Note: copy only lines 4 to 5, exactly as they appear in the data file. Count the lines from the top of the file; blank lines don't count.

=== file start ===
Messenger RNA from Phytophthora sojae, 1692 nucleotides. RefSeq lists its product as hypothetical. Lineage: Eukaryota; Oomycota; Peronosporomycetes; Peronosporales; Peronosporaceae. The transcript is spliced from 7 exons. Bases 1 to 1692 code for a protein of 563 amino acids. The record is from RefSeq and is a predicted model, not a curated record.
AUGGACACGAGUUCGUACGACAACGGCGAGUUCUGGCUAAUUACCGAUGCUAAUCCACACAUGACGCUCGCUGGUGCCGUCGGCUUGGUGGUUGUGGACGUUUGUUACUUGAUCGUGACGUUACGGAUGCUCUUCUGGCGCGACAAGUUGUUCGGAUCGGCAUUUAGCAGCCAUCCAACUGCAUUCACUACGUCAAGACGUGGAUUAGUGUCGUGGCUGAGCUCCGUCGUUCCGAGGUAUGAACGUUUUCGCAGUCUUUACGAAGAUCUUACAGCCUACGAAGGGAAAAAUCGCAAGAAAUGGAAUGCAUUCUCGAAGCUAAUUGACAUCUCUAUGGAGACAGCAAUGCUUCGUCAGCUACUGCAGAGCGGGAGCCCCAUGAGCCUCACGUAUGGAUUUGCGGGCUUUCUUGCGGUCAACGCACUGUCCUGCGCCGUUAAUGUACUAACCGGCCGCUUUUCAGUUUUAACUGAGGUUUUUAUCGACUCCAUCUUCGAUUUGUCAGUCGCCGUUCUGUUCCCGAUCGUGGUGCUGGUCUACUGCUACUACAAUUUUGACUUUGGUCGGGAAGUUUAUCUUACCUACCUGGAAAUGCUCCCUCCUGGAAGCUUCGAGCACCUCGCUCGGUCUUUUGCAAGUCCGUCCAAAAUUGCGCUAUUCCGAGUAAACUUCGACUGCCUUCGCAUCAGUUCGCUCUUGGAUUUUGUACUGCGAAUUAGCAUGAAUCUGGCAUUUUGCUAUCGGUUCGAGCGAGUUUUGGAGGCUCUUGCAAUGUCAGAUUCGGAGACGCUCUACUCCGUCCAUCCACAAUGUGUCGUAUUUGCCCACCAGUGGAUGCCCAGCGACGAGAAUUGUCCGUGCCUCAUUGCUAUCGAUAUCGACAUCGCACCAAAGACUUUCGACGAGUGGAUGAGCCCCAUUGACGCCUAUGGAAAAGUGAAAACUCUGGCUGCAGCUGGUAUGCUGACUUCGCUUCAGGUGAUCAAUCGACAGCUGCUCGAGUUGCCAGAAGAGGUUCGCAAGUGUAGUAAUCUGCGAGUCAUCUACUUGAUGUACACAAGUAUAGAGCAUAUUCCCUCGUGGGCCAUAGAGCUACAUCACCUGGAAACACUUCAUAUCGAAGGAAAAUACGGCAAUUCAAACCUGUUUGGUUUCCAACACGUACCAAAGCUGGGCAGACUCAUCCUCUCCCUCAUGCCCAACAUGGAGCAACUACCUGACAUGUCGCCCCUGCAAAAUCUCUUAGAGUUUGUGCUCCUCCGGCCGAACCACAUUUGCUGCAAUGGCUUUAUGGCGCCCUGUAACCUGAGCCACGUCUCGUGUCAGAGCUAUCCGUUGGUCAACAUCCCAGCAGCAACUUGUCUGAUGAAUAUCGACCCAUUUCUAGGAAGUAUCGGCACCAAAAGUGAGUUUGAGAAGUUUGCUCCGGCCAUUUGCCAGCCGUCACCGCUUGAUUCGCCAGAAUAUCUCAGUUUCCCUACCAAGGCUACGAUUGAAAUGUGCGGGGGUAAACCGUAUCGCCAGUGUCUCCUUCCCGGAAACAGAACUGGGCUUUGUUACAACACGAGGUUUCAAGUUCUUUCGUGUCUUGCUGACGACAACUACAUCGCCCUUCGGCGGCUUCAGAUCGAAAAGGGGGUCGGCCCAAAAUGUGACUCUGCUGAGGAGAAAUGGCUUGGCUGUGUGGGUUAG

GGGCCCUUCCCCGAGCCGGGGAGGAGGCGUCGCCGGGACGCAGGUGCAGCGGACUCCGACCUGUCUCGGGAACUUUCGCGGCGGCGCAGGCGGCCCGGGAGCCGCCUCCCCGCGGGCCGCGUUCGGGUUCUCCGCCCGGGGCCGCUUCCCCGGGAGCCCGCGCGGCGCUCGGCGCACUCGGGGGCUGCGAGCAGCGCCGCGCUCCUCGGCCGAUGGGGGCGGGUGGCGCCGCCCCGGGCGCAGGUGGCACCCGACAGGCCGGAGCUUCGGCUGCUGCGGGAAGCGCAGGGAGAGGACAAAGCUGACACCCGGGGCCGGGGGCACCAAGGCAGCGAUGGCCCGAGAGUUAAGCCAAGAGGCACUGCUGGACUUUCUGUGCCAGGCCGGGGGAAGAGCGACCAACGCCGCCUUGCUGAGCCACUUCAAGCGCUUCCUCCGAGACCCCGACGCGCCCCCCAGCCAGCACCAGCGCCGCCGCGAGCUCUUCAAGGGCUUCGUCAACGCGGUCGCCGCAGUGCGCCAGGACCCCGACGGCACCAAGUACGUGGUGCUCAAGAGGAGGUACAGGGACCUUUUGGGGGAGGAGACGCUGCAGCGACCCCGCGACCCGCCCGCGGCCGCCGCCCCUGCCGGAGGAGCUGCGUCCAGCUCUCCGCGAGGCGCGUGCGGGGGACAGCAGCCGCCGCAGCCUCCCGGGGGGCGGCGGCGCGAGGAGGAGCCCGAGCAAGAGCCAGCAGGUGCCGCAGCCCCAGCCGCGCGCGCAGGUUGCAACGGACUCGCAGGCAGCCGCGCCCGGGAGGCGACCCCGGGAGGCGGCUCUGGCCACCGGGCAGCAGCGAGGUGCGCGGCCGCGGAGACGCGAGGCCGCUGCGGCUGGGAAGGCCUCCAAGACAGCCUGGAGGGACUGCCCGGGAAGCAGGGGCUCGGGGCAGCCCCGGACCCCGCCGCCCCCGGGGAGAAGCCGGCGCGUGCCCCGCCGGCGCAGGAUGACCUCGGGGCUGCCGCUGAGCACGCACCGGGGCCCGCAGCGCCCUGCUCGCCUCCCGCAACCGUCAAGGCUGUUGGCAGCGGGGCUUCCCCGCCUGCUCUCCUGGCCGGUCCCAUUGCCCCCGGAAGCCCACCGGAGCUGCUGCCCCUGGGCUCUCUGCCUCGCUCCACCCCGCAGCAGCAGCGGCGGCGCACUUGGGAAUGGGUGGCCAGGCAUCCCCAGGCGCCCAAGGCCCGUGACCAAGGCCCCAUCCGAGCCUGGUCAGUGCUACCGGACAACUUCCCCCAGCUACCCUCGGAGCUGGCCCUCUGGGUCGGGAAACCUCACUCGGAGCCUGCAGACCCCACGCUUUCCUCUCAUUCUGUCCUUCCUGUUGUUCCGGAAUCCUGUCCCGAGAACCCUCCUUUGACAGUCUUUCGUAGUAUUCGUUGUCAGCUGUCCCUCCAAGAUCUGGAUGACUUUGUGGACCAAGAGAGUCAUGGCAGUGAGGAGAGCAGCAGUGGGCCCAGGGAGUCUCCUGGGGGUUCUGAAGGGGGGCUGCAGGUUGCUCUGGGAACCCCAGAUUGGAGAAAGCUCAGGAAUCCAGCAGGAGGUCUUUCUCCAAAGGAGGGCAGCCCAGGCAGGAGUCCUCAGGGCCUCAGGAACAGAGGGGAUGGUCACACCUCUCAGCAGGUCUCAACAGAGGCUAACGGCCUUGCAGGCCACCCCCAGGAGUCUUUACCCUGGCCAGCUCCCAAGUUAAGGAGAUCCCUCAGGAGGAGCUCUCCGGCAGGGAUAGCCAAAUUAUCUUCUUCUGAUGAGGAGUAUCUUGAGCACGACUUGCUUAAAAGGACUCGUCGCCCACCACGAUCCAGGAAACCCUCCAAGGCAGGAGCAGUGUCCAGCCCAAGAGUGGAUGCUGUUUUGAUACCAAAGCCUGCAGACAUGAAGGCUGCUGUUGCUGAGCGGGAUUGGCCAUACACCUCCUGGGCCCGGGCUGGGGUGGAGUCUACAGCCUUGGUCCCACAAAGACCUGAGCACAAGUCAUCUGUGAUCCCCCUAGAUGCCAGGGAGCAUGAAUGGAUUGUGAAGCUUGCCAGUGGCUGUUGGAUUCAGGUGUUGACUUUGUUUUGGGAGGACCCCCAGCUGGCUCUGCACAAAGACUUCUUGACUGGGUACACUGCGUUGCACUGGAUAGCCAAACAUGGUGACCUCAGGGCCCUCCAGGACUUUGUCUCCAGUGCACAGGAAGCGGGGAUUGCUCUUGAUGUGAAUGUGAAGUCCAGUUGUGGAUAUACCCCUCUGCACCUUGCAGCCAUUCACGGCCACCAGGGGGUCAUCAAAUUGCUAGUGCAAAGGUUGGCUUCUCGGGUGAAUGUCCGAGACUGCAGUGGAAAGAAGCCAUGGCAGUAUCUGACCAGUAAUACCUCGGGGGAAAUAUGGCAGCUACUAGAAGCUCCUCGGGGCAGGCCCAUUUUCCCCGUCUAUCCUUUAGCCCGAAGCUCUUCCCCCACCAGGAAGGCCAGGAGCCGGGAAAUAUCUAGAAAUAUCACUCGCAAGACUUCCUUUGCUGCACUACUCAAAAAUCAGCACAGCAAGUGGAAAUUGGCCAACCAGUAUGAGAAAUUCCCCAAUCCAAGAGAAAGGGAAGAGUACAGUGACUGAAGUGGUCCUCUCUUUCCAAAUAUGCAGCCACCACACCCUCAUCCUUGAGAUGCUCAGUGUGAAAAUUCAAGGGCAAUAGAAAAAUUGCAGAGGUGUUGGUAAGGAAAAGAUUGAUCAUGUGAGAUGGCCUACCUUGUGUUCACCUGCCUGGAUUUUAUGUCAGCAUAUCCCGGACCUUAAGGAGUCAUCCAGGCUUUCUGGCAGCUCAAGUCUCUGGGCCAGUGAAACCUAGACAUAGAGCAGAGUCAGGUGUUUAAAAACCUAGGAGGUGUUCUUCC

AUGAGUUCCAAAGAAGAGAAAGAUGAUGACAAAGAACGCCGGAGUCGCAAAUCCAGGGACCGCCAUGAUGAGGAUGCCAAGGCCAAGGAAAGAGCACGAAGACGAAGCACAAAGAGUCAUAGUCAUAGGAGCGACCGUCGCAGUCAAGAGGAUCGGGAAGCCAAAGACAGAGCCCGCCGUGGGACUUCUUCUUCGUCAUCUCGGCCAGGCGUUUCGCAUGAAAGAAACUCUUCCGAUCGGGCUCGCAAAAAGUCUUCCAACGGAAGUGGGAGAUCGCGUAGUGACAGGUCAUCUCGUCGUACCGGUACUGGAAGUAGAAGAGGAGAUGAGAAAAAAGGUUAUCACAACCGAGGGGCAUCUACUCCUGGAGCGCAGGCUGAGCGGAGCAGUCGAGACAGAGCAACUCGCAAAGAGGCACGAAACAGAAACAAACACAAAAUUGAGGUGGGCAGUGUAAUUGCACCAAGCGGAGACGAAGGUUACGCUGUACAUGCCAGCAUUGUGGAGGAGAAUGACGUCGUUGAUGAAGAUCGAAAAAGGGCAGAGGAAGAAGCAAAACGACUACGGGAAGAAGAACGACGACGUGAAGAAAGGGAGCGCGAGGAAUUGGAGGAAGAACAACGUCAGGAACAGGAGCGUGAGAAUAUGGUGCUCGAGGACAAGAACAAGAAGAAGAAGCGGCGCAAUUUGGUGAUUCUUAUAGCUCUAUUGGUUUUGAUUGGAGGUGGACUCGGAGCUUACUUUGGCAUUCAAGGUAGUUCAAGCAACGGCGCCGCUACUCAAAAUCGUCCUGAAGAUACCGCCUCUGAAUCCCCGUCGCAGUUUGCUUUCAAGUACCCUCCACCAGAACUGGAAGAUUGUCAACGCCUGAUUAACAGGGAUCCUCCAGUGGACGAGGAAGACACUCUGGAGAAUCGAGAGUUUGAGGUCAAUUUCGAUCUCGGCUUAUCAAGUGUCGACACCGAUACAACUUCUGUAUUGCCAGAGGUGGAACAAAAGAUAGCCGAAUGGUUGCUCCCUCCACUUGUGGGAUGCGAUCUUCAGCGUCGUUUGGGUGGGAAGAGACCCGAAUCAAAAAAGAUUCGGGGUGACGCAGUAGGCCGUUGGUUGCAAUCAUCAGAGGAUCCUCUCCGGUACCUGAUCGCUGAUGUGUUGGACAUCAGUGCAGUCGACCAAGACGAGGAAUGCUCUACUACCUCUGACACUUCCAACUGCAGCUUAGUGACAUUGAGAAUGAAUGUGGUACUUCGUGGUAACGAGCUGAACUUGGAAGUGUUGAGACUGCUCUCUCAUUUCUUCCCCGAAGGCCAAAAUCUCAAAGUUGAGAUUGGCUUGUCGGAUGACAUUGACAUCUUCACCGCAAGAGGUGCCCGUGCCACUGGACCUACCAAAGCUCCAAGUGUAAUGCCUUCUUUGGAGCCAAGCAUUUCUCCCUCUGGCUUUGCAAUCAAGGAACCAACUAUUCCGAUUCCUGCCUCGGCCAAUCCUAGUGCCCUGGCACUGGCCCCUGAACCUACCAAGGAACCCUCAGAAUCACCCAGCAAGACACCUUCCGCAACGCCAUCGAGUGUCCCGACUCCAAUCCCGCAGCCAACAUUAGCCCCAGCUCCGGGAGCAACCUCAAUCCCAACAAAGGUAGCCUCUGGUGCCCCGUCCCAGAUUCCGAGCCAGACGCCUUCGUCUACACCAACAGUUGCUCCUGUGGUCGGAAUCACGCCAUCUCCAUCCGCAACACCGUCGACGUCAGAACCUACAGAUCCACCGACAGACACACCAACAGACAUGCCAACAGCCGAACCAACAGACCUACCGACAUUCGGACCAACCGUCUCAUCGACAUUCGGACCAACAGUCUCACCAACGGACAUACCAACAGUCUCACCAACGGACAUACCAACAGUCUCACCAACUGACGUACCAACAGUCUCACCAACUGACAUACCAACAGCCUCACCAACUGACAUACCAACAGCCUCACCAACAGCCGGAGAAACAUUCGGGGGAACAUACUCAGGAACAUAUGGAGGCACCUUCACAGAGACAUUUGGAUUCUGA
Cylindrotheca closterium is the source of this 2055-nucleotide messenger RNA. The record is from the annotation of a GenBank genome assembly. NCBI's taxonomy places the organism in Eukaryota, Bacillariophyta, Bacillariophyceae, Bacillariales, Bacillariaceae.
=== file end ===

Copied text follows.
AUGAGUUCCAAAGAAGAGAAAGAUGAUGACAAAGAACGCCGGAGUCGCAAAUCCAGGGACCGCCAUGAUGAGGAUGCCAAGGCCAAGGAAAGAGCACGAAGACGAAGCACAAAGAGUCAUAGUCAUAGGAGCGACCGUCGCAGUCAAGAGGAUCGGGAAGCCAAAGACAGAGCCCGCCGUGGGACUUCUUCUUCGUCAUCUCGGCCAGGCGUUUCGCAUGAAAGAAACUCUUCCGAUCGGGCUCGCAAAAAGUCUUCCAACGGAAGUGGGAGAUCGCGUAGUGACAGGUCAUCUCGUCGUACCGGUACUGGAAGUAGAAGAGGAGAUGAGAAAAAAGGUUAUCACAACCGAGGGGCAUCUACUCCUGGAGCGCAGGCUGAGCGGAGCAGUCGAGACAGAGCAACUCGCAAAGAGGCACGAAACAGAAACAAACACAAAAUUGAGGUGGGCAGUGUAAUUGCACCAAGCGGAGACGAAGGUUACGCUGUACAUGCCAGCAUUGUGGAGGAGAAUGACGUCGUUGAUGAAGAUCGAAAAAGGGCAGAGGAAGAAGCAAAACGACUACGGGAAGAAGAACGACGACGUGAAGAAAGGGAGCGCGAGGAAUUGGAGGAAGAACAACGUCAGGAACAGGAGCGUGAGAAUAUGGUGCUCGAGGACAAGAACAAGAAGAAGAAGCGGCGCAAUUUGGUGAUUCUUAUAGCUCUAUUGGUUUUGAUUGGAGGUGGACUCGGAGCUUACUUUGGCAUUCAAGGUAGUUCAAGCAACGGCGCCGCUACUCAAAAUCGUCCUGAAGAUACCGCCUCUGAAUCCCCGUCGCAGUUUGCUUUCAAGUACCCUCCACCAGAACUGGAAGAUUGUCAACGCCUGAUUAACAGGGAUCCUCCAGUGGACGAGGAAGACACUCUGGAGAAUCGAGAGUUUGAGGUCAAUUUCGAUCUCGGCUUAUCAAGUGUCGACACCGAUACAACUUCUGUAUUGCCAGAGGUGGAACAAAAGAUAGCCGAAUGGUUGCUCCCUCCACUUGUGGGAUGCGAUCUUCAGCGUCGUUUGGGUGGGAAGAGACCCGAAUCAAAAAAGAUUCGGGGUGACGCAGUAGGCCGUUGGUUGCAAUCAUCAGAGGAUCCUCUCCGGUACCUGAUCGCUGAUGUGUUGGACAUCAGUGCAGUCGACCAAGACGAGGAAUGCUCUACUACCUCUGACACUUCCAACUGCAGCUUAGUGACAUUGAGAAUGAAUGUGGUACUUCGUGGUAACGAGCUGAACUUGGAAGUGUUGAGACUGCUCUCUCAUUUCUUCCCCGAAGGCCAAAAUCUCAAAGUUGAGAUUGGCUUGUCGGAUGACAUUGACAUCUUCACCGCAAGAGGUGCCCGUGCCACUGGACCUACCAAAGCUCCAAGUGUAAUGCCUUCUUUGGAGCCAAGCAUUUCUCCCUCUGGCUUUGCAAUCAAGGAACCAACUAUUCCGAUUCCUGCCUCGGCCAAUCCUAGUGCCCUGGCACUGGCCCCUGAACCUACCAAGGAACCCUCAGAAUCACCCAGCAAGACACCUUCCGCAACGCCAUCGAGUGUCCCGACUCCAAUCCCGCAGCCAACAUUAGCCCCAGCUCCGGGAGCAACCUCAAUCCCAACAAAGGUAGCCUCUGGUGCCCCGUCCCAGAUUCCGAGCCAGACGCCUUCGUCUACACCAACAGUUGCUCCUGUGGUCGGAAUCACGCCAUCUCCAUCCGCAACACCGUCGACGUCAGAACCUACAGAUCCACCGACAGACACACCAACAGACAUGCCAACAGCCGAACCAACAGACCUACCGACAUUCGGACCAACCGUCUCAUCGACAUUCGGACCAACAGUCUCACCAACGGACAUACCAACAGUCUCACCAACGGACAUACCAACAGUCUCACCAACUGACGUACCAACAGUCUCACCAACUGACAUACCAACAGCCUCACCAACUGACAUACCAACAGCCUCACCAACAGCCGGAGAAACAUUCGGGGGAACAUACUCAGGAACAUAUGGAGGCACCUUCACAGAGACAUUUGGAUUCUGA
Cylindrotheca closterium is the source of this 2055-nucleotide messenger RNA. The record is from the annotation of a GenBank genome assembly. NCBI's taxonomy places the organism in Eukaryota, Bacillariophyta, Bacillariophyceae, Bacillariales, Bacillariaceae.